The last chapter of the novel begins with Oedipa's return to Echo Courts, the hotel in San Narciso, where she once again finds The Paranoids hanging around by the pool. Serge sings a song about Humbert Humbert, the main character in Vladimir Nabokov's Lolita. Serge then tells Oedipa how Metzger and Serge's own ex-girlfriend eloped to Nevada after Metzger turned over all his legal responsibilities related to the Inverarity Estate to a different lawyer at the legal firm.
Oedipa calls Professor Emory Bortz at San Narciso College and gets his wife on the phone. Mrs. Bortz invites Oedipa to stop by sometime to speak further with her husband about Wharfinger and Jacobean drama. On her way to his house, she drives by Zapf's Used Bookstore, where she first bought the paperback edition of The Courier's Tragedy, and she sees that it has completely burned to the ground. The man in the government surplus store next door tells her that the store was burned down by an arsonist anxious to scam money from an insurance company. Oedipa eventually arrives at Bortz's house, where she finds him in the backyard with a group of his students. He knows a good deal about the Tristero version of The Courier's Tragedy, a version he describes as a "pornographic" rendition found only in the Vatican. He claims the version was a propaganda piece used by a group of ultra-devout Puritans. Bortz ultimately states, however, that the person who understood Wharfinger best was Driblette, who, tragically, committed suicide only a couple of days earlier. Oedipa will never know why Driblette included the lines about the Tristero in his own version of the play.
Bortz shows Oedipa slides of the Vatican Copy of The Courier's Tragedy and explains that the mention of Tristero may have been added in by a Puritan group (the Scurvhanites) who wanted to deliver a particular moral message related to the "Other" that transcends even God. Bortz also gives Oedipa a copy of An Account of the Singular Peregrinations of Dr. Diocletian Blobb, the eighth chapter of which tells the story of one of Blobb's trips in a Torre and Tassis coach that was ambushed by Tristero riders in black capes. Only Blobb and his servant survived, and the cloaked men sent him back to England to warn the English of the might of the Tristero.
Piece by piece, Oedipa learns how the Tristero was created around the year 1577 in the Netherlands. After William of Orange achieved independence from Spain and the Holy Roman Empire, he replaced Leopold I, who owned the Taxis postal monopoly, with a man named Jan Hinckard. However, Hinckard was challenged by his cousin Hernando Joaquin de Tristero y Calavera who claimed to be the rightful heir of the family fortune. Tristero believed himself to own everything Hinckard owned, including his job. Tristero fought a guerilla war against his cousin from 1578 until 1583, a time during which the postal operation fell into a state of instability. Eventually, Tristero gave up fighting and set up his own covert system. Oedipa finds out later on in the chapter that the Thurn and Taxis system struggled throughout the 17th century, and Oedipa believes that that must have been a period of strength for the Tristero. Bortz forwards the theory that toward the end of the 30 Years' War (which ended in 1648), somebody may have tried to merge the two systems but failed. Oedipa finally finds out that the French Revolution saw the end of the Thurn and Taxis monopoly. She wonders if perhaps Tristero won out in the end.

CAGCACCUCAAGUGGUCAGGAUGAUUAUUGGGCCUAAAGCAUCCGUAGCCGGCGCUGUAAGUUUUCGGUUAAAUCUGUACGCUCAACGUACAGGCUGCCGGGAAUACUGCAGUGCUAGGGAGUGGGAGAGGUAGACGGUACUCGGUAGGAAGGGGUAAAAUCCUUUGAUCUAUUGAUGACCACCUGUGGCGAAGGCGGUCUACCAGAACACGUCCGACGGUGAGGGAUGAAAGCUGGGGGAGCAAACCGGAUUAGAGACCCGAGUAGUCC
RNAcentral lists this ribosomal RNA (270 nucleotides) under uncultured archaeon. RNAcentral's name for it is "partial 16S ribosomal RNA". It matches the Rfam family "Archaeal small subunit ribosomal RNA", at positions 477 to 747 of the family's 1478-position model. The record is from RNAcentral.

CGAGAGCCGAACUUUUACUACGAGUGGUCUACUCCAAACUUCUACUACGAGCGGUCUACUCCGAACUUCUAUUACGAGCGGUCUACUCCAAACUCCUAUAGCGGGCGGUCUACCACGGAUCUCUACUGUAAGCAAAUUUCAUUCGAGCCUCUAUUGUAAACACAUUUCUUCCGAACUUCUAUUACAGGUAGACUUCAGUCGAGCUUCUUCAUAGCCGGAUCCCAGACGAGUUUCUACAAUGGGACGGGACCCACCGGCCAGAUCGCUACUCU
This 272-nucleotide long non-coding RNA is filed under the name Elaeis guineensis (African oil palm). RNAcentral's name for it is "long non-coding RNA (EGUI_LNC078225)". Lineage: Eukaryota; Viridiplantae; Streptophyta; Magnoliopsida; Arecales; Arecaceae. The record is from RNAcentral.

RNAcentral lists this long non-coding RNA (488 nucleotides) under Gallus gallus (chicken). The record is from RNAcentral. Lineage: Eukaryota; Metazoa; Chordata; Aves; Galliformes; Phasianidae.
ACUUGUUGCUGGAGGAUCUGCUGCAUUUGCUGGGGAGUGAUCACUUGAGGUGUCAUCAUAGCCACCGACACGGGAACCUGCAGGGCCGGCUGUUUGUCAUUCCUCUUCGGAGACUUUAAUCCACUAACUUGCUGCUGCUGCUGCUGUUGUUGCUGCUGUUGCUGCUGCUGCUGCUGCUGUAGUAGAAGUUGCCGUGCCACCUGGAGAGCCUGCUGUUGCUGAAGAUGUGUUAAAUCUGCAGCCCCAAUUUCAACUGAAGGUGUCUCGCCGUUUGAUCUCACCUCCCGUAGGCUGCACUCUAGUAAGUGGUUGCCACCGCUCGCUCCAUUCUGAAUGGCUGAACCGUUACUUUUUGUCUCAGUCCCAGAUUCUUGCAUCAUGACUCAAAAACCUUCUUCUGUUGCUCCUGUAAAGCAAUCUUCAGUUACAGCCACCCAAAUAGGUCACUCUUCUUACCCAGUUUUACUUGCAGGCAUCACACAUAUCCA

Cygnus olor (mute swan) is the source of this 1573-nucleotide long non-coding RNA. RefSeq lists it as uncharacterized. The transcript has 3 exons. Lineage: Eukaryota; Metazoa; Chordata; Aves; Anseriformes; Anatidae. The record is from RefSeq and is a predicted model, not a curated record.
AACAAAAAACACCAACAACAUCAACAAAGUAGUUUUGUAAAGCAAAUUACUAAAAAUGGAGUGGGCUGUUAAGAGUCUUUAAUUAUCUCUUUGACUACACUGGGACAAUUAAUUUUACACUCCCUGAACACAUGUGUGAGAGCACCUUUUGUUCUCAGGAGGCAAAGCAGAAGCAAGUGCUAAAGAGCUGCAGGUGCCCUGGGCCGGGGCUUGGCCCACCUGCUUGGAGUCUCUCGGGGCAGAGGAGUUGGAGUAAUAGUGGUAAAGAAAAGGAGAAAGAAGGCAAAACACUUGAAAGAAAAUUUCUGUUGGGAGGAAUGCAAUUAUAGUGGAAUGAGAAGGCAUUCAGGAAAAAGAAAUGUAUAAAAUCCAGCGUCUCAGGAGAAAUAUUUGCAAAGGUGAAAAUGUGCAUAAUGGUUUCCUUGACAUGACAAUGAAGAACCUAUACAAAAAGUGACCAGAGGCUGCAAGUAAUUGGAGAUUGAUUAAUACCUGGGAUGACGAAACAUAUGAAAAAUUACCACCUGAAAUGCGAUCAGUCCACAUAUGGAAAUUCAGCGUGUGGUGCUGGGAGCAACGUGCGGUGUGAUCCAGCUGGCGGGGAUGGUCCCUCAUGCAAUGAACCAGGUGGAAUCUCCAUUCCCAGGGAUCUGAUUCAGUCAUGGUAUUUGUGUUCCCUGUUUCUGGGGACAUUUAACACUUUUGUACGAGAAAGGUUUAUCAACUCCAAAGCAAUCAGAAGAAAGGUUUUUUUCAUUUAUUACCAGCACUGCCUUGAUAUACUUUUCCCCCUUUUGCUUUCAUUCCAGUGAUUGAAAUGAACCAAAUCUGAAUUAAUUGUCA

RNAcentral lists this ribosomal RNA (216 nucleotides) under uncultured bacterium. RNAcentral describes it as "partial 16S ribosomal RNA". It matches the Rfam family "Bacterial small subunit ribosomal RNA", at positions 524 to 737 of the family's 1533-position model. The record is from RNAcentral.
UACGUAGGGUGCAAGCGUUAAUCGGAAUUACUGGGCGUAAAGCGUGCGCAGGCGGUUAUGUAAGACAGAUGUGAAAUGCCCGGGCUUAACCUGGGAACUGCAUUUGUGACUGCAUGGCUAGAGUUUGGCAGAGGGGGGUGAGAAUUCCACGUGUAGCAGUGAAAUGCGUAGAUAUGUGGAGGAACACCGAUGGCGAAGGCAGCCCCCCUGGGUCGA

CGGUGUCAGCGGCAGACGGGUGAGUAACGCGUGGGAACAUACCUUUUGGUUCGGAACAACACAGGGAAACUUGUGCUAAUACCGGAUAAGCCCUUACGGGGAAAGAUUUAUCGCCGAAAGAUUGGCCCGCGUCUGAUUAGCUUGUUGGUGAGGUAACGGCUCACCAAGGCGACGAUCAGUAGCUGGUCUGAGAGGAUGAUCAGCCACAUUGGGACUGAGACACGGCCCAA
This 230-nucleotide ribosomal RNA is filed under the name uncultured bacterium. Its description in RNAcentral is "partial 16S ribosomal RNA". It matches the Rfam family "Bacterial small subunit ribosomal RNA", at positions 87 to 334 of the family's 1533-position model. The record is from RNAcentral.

Oedipa spends the next couple of days going to libraries in between meetings with Bortz and Genghis Cohen. She also goes to Driblette's funeral, where she realizes that she is completely frustrated by her inability to find out why he said those two lines about the Tristero in his performance. Slowly, Oedipa begins to give up.
Much of this final chapter is a long account of the history of the whole Tristero system. Indeed, Pynchon has gone to great lengths to recreate fully the story of how this Tristero system came to be. Of course, most of this history is entirely fictional. Nevertheless, the question of who or what Tristero is has more or less been answered. The problem, however, is that even though this big chunk of the mystery has been solved, it does Oedipa virtually no good in finding out what she wants to know. The real problem to Oedipa is why Driblette referred to the Tristero in his production of The Courier's Tragedy, but once again, a communication breakdown--Driblette's death-- prevents her from ever finding out. She knows that part of her own mystery can never be solved now. Once again, this ties in to the book's theme of the problems of communication.